Correlation

The Pearson product moment correlation coefficient is often referred to simply as the correlation. It is a measure of the association of two variables and usually designated by the letter r. A correlation matrix between pairs of columns can be produced using the following syntax:

CORRELATION column,column,column

To produce a correlation matrix of Tests 1, 2, 3, and 4, type:

MTB> CORRELATION 'TEST1','TEST2','TEST3','TEST4'

This would be the result.

                TEST1    TEST2   TEST3
TEST2 0.704
TEST3 0.730 0.579
TEST4 0.382 0.237 0.657

Here we see that Test 1 is correlated with Test 2 .704, Test 1 with Test 3 .73, and Test 1 with Test 4 .382. Test 2 is correlated with Test 3 .579, and Test 4 .237. Test 3 is correlated with Test 4 .657. This indicates that the scores on Test 4 are not as closely linearly related to Test 1 and Test 2 as the other tests are to each other.

When the correlation is positive, two columns are closely related the closer the correlation is to 1, and two columns are not closely related the closer the correlation is to 0. When the correlation is negative, two columns are closely related the closer the correlation is to -1, and two columns are not closely related the closer the correlation is to 0.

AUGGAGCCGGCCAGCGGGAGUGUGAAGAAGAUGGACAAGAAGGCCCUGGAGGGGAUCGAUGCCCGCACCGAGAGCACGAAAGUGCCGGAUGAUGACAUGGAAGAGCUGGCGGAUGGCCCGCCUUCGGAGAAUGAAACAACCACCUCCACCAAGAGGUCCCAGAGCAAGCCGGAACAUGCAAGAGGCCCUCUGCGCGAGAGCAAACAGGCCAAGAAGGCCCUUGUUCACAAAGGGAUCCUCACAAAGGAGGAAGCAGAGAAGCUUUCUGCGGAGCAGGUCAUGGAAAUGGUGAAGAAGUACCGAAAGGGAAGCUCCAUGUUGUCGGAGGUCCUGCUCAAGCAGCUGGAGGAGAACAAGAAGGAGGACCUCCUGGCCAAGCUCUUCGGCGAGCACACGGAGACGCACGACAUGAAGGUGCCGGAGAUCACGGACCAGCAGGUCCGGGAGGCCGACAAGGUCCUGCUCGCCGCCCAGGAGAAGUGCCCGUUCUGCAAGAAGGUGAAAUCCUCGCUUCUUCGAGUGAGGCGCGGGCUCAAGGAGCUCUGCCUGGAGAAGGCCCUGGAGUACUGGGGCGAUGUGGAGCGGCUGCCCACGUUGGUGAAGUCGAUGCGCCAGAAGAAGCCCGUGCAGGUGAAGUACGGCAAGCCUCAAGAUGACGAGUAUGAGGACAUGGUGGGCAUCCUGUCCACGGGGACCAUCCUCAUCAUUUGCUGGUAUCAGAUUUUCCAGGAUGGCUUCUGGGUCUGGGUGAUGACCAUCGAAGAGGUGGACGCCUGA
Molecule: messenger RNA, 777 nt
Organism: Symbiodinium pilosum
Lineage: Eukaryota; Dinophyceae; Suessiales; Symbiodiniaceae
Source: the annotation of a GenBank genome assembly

Test 1 is correlated with Test 2 .704. This means that people who did well on Test 1 tended to do well on Test 2, and people who did poorly on Test 1 tended to do poorly on Test 2. Since the correlation is not exactly 1, this is not a perfect linear relationship. That may mean that a person who did poorly on Test 1 scored better than expected on Test 2.

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